26 March, 2010
The importance of landlords adhering to the requirements of the Gas Safety (Installation and Use) Regulations 1998 was underlined on 24 March 2010 at Southampton Magistrates' Court following a Health and Safety Executive (HSE) prosecution. The landlords of a property, Mr Robert Watts and Mr David Watts, were both fined £7,000 and ordered to each pay costs of £4,500 after their tenant and her daughter were affected by carbon monoxide leaks at the property.
The landlords had been warned on a number of occasions over four years that the boiler at the property needed servicing and they failed to act upon this. The gas engineer (who declared the boiler safe on three occasions when this was not the case) was fined a total of £5,000.
In December 2007 the tenant and her daughter were at the property when the child became ill and was drifting in and out of consciousness. The tenant also suffered from bad headaches and vomiting. Both were taken to hospital suffering from severe carbon monoxide poisoning. When HSE carried out investigations at the property it was said that the level of carbon monoxide produced by the boiler was so high, it was off the scale of the inspectors' measuring equipment.
All providers of housing are under a legal duty to arrange maintenance of all gas pipe work, appliances and flues which are used by tenants by a Gas Safe registered engineer. Landlords also must arrange for an annual gas safety check to be carried out every 12 months by a Gas Safe registered engineer. When such a check is carried out, a record of the inspection must be held for two years and a copy must be provided to each tenant within 28 days of the check being completed. A copy must also be issued before a new tenant moves into a property.
From April 2009, the Capita Gas Safe Register is the only gas installer registration scheme approved by HSE under the 1998 Regulations and replaced the previous CORGI registration. All installers (including those used by landlords) wanting to undertake domestic gas work will need to be registered with the Gas Safe scheme in order to be able to lawfully carry out any work on both gas fittings and appliances in a property. Landlords must ensure that they only use gas engineers who are Gas Safe registered to carry out work.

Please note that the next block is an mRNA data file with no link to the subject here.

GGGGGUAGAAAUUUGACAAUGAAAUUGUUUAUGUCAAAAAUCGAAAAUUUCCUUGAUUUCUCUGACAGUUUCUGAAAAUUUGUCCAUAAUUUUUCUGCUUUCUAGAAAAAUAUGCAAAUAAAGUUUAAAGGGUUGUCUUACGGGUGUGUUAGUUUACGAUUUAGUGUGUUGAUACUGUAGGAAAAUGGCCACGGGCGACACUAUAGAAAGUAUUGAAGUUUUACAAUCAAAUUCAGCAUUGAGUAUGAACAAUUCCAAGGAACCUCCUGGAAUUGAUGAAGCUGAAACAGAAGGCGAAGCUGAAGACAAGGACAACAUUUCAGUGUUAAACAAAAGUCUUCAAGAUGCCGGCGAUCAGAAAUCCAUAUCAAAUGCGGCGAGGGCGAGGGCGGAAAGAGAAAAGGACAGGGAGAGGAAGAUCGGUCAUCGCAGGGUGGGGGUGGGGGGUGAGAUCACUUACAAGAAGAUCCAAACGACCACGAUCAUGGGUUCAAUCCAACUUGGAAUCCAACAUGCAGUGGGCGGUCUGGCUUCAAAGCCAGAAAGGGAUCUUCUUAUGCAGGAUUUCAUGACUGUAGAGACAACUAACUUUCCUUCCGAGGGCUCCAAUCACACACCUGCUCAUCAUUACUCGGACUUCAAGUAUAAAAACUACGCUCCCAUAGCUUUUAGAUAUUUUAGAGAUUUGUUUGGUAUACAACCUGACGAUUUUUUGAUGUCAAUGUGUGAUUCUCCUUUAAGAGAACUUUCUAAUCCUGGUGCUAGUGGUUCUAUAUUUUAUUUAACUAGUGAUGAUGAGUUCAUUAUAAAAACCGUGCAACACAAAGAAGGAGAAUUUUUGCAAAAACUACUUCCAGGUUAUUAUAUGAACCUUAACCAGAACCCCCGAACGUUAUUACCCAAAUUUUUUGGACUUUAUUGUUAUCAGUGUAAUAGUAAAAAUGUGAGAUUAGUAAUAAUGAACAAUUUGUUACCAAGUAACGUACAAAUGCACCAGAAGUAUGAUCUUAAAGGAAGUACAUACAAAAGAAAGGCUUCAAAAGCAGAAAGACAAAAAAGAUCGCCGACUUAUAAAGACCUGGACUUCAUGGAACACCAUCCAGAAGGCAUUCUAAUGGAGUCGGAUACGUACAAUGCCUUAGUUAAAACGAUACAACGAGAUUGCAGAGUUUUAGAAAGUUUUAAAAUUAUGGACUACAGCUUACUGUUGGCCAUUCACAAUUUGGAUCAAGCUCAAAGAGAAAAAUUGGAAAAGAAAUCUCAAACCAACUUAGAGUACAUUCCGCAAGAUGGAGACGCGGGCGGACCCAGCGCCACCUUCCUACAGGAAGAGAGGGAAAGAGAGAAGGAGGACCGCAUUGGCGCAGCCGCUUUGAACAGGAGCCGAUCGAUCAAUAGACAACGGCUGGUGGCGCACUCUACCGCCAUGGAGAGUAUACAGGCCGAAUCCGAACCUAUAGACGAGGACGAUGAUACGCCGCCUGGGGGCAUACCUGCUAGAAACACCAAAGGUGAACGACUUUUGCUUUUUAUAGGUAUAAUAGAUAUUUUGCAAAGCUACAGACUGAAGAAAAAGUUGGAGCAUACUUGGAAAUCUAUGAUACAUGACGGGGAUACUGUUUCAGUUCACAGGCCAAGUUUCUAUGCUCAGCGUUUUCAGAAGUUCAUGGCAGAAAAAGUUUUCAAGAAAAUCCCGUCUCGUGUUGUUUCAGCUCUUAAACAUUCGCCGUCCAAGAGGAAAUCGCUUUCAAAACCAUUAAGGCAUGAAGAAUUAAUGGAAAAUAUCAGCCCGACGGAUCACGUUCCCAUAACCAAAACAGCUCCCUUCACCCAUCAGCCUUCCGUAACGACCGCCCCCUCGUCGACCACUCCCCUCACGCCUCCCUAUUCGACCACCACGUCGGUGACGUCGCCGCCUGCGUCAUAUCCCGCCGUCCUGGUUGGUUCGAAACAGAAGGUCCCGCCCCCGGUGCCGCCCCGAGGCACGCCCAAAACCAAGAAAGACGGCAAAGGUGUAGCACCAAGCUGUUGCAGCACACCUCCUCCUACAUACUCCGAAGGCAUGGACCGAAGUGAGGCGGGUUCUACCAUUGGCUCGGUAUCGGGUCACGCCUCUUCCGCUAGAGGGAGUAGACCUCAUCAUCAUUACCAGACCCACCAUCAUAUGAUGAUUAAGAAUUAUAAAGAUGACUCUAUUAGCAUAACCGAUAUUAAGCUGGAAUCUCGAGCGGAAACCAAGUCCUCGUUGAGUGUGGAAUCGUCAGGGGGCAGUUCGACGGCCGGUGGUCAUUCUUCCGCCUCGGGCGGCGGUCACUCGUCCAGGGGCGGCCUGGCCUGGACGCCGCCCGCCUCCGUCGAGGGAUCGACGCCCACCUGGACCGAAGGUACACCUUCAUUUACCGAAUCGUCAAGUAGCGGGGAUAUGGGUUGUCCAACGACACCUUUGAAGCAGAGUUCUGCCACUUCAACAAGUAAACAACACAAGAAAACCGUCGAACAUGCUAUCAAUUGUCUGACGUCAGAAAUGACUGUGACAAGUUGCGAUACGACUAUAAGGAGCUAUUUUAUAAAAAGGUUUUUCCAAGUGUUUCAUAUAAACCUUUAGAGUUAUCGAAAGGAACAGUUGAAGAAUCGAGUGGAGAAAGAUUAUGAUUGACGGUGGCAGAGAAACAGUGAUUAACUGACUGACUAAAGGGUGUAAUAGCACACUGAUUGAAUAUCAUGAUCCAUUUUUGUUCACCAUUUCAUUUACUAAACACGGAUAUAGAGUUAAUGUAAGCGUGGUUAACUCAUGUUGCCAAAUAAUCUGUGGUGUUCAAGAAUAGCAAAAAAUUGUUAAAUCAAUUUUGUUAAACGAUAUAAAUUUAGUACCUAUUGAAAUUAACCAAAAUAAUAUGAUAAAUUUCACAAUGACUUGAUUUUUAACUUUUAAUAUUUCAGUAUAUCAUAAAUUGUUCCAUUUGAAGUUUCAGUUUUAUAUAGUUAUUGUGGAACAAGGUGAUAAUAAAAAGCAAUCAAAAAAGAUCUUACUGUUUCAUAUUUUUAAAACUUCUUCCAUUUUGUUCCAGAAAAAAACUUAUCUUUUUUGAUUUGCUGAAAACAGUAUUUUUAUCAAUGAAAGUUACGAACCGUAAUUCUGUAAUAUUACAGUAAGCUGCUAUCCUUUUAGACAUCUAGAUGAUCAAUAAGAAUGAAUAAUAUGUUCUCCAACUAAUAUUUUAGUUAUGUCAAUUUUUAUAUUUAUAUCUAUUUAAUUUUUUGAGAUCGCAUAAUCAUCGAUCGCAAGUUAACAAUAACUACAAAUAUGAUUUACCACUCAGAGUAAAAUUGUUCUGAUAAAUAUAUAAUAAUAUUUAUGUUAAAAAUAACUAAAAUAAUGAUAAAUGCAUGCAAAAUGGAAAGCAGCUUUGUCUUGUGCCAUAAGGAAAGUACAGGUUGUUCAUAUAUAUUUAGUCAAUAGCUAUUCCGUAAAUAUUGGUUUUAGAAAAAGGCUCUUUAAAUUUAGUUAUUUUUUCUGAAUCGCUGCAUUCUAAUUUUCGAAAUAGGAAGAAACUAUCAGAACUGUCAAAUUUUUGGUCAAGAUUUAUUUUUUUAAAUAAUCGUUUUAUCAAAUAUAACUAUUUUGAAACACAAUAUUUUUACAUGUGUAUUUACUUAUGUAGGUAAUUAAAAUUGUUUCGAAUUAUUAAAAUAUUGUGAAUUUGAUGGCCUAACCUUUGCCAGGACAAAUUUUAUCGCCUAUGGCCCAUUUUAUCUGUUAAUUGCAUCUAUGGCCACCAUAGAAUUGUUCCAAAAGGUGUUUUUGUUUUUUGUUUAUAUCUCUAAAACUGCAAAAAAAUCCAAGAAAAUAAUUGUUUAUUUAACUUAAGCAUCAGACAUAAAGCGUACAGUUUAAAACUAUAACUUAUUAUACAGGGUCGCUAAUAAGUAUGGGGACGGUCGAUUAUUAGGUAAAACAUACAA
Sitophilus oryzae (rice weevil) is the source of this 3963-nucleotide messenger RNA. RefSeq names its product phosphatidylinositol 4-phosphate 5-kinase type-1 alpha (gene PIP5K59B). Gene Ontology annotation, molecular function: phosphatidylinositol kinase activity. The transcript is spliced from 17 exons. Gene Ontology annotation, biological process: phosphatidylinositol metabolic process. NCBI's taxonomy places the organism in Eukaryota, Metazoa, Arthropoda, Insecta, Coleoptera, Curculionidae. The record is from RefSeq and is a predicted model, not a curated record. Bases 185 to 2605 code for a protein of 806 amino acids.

Carbon monoxide has no smell or taste which makes identifying its presence very difficult. It can kill people without warning. In order to avoid this happening, it is advised that all residential gas appliances are properly maintained and that an annual safety check is carried out. It may also be beneficial to install carbon monoxide detectors in the property as a precautionary measure.
Cases such as these serve as a warning to all providers of housing, including private landlords, to ensure that they comply with all their obligations under the law. A failure to do so could lead to criminal prosecutions.
The HSE has stated that every year around 20-30 people die from carbon monoxide poisoning associated with domestic gas appliances incorrectly installed or maintained. It is therefore imperative that all necessary checks are carried out at tenanted properties in order to avoid further tragedies.